Four DoE professors -- Margaret Burchinal, Greg Duncan, George Farkas, Deborah Lowe Vandell -- and four Ph.D. in Education students -- Tran Dang, James Leak, Weilin Li, and Erik Ruzek -- are presenting at the 2011 Conference for the Society for Research in Educational Effectiveness (SREE) in Washington, D.C. March 3-5. Click on the presentation titles below for author information and the presentation abstract.
Professor & Chair
Professor Mark Warschauer is spending his sabbatical year in Tokyo as a Visiting Scholar at Waseda University. He is using the year to both continue some of his US-based projects -- he just finished writing a new manuscript on digital media and learning for Teachers College Press -- and also to deepen his ties and understanding of technology and education in Japan. On the latter note, he has given talks at Open University of Japan and Kanda University of International Studies, and, later in the year, will give plenary speeches at a regional conference of the Japan Association of College English Teachers and the annual national conference of JALTCALL. He is also visiting local schools that are making interesting uses of technology and meeting with faculty at Waseda and other universities to plan research projects on both eReading and mobile language learning.
Dr. Warschauer is joined in Japan by his wife, Keiko Hirata, and their three children, a six-year-old son, Danny, and five-year-old boy/girl twins, Noah and Mika. The three are enrolled in public kindergarten in Tokyo, which has given Mark further insight into the Japanese educational system. The three had a headstart in learning Japanese before they went to Japan and, according to Dr. Warschauer, all became bilingual in just a few months.
“It’s been wonderful to see how warmly all our children were welcomed at school,” said Dr. Warschauer, who noted that it’s the first fully inclusive educational experience that Danny, who has Down syndrome, has yet had. When Danny transitions to first grade in April, he will be in a special education program, which will give the Warschauer family a first-hand look at another aspect of the Japanese educational system.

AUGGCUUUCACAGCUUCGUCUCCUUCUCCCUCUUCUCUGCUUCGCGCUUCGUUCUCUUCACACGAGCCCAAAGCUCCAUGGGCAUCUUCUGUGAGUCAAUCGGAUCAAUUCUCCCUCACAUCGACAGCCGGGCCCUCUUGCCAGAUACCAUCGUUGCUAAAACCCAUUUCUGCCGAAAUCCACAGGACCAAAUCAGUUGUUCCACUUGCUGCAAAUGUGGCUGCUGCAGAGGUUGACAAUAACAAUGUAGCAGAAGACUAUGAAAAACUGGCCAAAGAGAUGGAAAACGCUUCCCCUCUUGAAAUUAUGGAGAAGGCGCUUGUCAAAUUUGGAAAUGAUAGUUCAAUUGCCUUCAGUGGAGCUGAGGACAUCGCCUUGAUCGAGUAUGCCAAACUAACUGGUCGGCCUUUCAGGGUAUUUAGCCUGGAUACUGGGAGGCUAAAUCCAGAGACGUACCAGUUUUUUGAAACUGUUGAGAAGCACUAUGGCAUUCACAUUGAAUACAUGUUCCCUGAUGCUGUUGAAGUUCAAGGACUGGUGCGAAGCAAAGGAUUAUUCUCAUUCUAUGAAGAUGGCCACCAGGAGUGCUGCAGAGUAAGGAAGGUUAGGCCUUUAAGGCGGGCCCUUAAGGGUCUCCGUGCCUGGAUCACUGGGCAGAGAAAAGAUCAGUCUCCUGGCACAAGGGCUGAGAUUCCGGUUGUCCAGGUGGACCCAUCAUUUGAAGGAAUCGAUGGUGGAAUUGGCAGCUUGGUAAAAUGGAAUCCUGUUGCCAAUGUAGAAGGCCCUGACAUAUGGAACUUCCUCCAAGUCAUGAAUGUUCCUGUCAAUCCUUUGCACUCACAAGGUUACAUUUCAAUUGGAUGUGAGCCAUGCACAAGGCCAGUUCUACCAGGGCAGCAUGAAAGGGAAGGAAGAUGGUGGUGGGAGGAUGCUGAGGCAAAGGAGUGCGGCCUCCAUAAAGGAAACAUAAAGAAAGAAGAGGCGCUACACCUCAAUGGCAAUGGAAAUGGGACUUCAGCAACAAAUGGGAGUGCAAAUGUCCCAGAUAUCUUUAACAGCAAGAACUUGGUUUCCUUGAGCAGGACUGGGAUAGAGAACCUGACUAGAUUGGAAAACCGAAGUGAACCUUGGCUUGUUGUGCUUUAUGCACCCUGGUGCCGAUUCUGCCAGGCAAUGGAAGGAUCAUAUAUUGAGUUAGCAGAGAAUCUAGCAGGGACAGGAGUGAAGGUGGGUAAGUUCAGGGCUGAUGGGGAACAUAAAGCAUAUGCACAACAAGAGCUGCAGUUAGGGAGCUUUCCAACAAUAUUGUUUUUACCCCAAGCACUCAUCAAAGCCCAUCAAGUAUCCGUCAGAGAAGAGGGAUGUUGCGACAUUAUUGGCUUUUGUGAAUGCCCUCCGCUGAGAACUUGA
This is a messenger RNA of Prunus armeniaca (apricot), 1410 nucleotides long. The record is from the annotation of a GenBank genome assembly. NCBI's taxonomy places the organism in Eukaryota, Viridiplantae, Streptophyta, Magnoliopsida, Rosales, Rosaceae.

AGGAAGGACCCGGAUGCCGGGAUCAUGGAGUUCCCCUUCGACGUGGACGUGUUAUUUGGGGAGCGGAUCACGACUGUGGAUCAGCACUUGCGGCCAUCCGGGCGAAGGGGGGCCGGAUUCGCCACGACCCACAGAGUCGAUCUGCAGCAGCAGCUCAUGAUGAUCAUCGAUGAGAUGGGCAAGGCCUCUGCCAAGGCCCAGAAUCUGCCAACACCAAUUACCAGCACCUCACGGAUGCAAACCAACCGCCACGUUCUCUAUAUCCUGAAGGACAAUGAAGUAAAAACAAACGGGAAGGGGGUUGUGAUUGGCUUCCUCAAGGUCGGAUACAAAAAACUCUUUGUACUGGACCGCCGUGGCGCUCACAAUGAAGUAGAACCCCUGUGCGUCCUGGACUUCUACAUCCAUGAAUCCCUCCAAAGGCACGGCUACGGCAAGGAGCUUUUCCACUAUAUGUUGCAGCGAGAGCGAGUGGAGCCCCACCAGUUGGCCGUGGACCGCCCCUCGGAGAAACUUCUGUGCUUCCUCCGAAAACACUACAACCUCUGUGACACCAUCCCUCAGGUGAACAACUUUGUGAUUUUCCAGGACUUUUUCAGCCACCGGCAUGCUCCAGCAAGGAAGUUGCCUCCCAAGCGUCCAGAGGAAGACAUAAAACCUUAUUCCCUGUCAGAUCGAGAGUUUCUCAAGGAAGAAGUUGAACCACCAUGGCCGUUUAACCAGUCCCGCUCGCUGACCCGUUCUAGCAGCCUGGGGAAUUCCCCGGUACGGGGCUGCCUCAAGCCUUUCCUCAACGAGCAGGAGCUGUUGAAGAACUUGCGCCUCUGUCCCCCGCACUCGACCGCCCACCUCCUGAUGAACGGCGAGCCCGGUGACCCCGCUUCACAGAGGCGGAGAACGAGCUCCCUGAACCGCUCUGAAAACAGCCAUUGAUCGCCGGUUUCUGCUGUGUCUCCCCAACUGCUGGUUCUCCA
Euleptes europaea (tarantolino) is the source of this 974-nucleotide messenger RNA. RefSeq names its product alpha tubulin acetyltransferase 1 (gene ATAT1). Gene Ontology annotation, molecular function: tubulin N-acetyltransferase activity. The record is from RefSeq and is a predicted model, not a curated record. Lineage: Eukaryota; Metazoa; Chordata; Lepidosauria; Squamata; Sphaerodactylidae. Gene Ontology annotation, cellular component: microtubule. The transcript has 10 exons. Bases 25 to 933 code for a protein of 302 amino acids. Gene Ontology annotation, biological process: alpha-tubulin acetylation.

It’s been a terrific year. I’ve been able to refresh my batteries, make headway on important writing projects, and launch some valuable international collaborations. We have thoroughly enjoyed living in Tokyo, which I would describe as perhaps the most livable and enjoyable mega-city in the world.
The Warschauer family will be returning to UC Irvine at the end of June.
William Tate, Department of Education Chair and Edward Mallinckrodt Distinguished University Professor in Arts and Sciences at Washington University at St. Louis, met with faculty and students in the Department of Education on January 28 to discuss his research exploring the presence and the impacts of "Parallel Play" in our educational system.
Abstract of Lecture: STEM attainment and social disparities are part of a mutually reinforcing and interdependent process. The paradigmatic influences of academic disciplines (e.g., sociology, psychology, political science, and economics) and fields of study (e.g., mathematics education, science education, public policy, and literacy) provide important insights into domain specific components in the process. However, the intellectual fragmentation across the problem space is potentially misleading and in some cases harmful to consumers of our research—policymakers, practitioners, and other researchers. Dr. Tate's lecture focused on this challenge. Examples and models were drawn from STEM education research and development. The costs and benefits of success were highlighted.
The Department of Education seeks to promote educational success and achievement
of ethnically and economically diverse learners of all ages
through our collective research, teaching, and service activities that foster learning and development
in and out of school.